We are here today to remember Eduardo - not because we don't, each of us individually, remember him often - but because it's good to do this together, to share our memories and our distress. And it's also fitting to do so in this special place, one set aside - one could say hallowed - for meditation on matters that go beyond the everyday. Churchill was Edu's College and this Chapel is barely
We all knew Edu in different ways. I was his PhD supervisor and long time collaborator and so had a rather different relationship with him from most of those gathered here. There are whole areas of his life that I know very little about. And yet I feel I knew him well. Perhaps this is not surprising - the daily contacts of the PhD supervisor, the requirements of facing problems together in a robust and realistic spirit - these actually tell you pretty well what a person is really like, taking you well beyond what can be concealed by social graces. What strikes me, on reading the testimonies of his many friends, so movingly collected on his blogspace, is that the Eduardo I knew in the academic context was so recognisably the person whom his friends described with so much admiration, respect and affection.
If I dwell on his personal qualities here, this is not meant to suggest that he was anything other than an excellent student and scientist. He rapidly developed into a first rate numericist and his work on multiple star formation is still state of the art. (Moreover he had a command of written English, an eloquence of expression in his scientific writing that would shame his British contemporaries - a comment, perhaps, on the education system in his native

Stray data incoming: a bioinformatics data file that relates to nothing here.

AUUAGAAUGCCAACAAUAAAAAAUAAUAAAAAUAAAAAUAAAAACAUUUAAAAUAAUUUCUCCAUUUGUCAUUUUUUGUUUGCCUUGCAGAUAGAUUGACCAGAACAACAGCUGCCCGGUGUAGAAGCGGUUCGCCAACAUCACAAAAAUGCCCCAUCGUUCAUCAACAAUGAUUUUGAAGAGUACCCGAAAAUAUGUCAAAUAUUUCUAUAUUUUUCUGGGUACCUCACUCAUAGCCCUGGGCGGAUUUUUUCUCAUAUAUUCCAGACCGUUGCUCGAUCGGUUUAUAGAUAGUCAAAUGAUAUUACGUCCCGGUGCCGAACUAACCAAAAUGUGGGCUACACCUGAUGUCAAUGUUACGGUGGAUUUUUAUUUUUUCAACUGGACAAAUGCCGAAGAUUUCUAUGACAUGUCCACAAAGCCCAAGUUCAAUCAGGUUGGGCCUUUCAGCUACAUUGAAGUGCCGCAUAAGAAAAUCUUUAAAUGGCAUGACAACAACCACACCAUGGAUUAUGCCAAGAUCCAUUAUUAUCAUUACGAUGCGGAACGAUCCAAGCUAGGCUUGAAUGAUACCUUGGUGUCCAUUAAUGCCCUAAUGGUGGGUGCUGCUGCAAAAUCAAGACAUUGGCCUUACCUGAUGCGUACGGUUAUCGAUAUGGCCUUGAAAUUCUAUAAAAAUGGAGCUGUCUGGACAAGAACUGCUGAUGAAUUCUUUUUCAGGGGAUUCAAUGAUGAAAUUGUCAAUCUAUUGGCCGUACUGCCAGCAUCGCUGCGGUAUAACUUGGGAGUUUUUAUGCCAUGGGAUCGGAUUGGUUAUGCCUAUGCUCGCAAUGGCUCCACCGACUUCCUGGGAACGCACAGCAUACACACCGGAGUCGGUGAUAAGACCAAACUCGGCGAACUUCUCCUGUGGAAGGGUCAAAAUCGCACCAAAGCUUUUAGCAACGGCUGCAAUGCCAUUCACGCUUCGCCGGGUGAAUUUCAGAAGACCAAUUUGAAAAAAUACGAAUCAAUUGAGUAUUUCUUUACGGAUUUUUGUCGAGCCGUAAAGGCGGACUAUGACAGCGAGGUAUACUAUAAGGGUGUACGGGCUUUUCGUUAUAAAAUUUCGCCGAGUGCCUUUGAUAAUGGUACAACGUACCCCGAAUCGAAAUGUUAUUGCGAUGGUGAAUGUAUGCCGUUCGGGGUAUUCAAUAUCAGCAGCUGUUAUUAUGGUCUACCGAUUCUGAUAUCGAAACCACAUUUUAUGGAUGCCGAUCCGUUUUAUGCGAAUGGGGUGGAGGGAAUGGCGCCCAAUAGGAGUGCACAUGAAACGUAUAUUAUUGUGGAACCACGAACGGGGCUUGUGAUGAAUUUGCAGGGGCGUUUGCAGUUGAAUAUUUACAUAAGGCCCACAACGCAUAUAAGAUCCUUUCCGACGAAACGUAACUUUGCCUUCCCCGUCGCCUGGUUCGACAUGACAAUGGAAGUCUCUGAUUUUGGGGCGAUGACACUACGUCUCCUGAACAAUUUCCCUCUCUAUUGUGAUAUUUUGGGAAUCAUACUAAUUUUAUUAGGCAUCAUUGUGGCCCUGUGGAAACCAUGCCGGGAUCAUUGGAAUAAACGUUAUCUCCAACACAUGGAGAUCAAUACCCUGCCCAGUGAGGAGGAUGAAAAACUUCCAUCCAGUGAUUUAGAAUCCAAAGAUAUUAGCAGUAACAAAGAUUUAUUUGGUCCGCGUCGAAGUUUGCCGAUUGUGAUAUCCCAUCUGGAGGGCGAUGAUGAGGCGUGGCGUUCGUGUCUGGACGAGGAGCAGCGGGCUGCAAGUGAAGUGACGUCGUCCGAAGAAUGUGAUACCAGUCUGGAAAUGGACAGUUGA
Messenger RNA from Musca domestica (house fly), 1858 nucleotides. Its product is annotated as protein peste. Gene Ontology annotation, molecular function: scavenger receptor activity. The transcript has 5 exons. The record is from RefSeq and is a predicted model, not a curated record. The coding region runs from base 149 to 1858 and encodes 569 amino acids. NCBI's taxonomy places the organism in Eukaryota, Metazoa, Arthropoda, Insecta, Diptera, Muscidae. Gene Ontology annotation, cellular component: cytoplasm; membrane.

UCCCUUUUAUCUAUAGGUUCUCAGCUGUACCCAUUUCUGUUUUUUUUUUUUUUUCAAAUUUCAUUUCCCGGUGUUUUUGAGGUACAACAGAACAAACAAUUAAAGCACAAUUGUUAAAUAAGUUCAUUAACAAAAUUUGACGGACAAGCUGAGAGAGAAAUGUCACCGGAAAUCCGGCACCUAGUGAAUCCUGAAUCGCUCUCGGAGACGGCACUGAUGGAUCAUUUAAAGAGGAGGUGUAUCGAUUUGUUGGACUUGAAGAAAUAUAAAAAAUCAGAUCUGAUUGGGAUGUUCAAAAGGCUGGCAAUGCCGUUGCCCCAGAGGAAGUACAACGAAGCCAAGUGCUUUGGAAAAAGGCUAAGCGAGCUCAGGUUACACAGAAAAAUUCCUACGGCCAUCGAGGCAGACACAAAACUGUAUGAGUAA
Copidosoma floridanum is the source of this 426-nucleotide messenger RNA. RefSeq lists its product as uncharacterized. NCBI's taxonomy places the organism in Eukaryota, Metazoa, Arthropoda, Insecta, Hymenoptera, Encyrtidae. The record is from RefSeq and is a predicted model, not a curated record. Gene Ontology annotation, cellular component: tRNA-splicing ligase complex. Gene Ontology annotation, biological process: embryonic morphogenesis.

Though Eduardo probably gained more scientific citations during his PhD work than any student I have supervised, one doesn't measure a life's worth in citations and so I return to what one could discern of Eduardo the person in one's scientific interactions with him. Despite his abilities, he was very modest, with an unfeigned humility and readiness to listen. He was always gentle and courteous, able to reflect on advice and to articulate his own opinions. There was a sort of personal and intellectual integrity about him that just commanded respect. And although he treated his work with due seriousness, there was also a sort of twinkling humour not far below the surface, which one could readily evoke.
I think Eduardo had a wonderful time in
As he neared the end of his time in
for further postdoctoral appointments in Europe and
It wasn't that easy when he returned to Tenerife without a job, having to do his work by effectively camping in the IAC (and this was simply due to the stretch or resources at the IAC, so that it was hard to support the intensive computational requirements of Eduardo's work, while he still lacked a position). He accepted this with pragmatic good grace and did what he could (which was actually quite a lot: some very interesting hydrodynamical simulations of binary star formation were conducted by Edu during this period). And then - great joy - he obtained a postdoctoral position at the IAC. Not only was this the longed for return to a perch on the academic ladder but, more importantly, it was an excellent position, which combined the opportunity to branch into new projects with the freedom to pursue his own research.
It is a bittersweet thought that Eduardo's last months were probably among the happiest and most fulfilled of his life. He had everything he had dreamed of, back in Tenerife, close to his family, new opportunities to pursue astrophysics...Bitter because one can't avoid thinking `If only...' and sweet because I think if any of us were to suffer the awful random fate that befell Eduardo, we'd like to go out on a high, in a state of living life to the full. He leaves behind so much, far more than the legacy of science which his collaborators are bringing to completion and publishing in his name. On behalf of all of us here, I salute you Eduardo, scientist and human being. Eternal remembrance!
The link to the astroph article on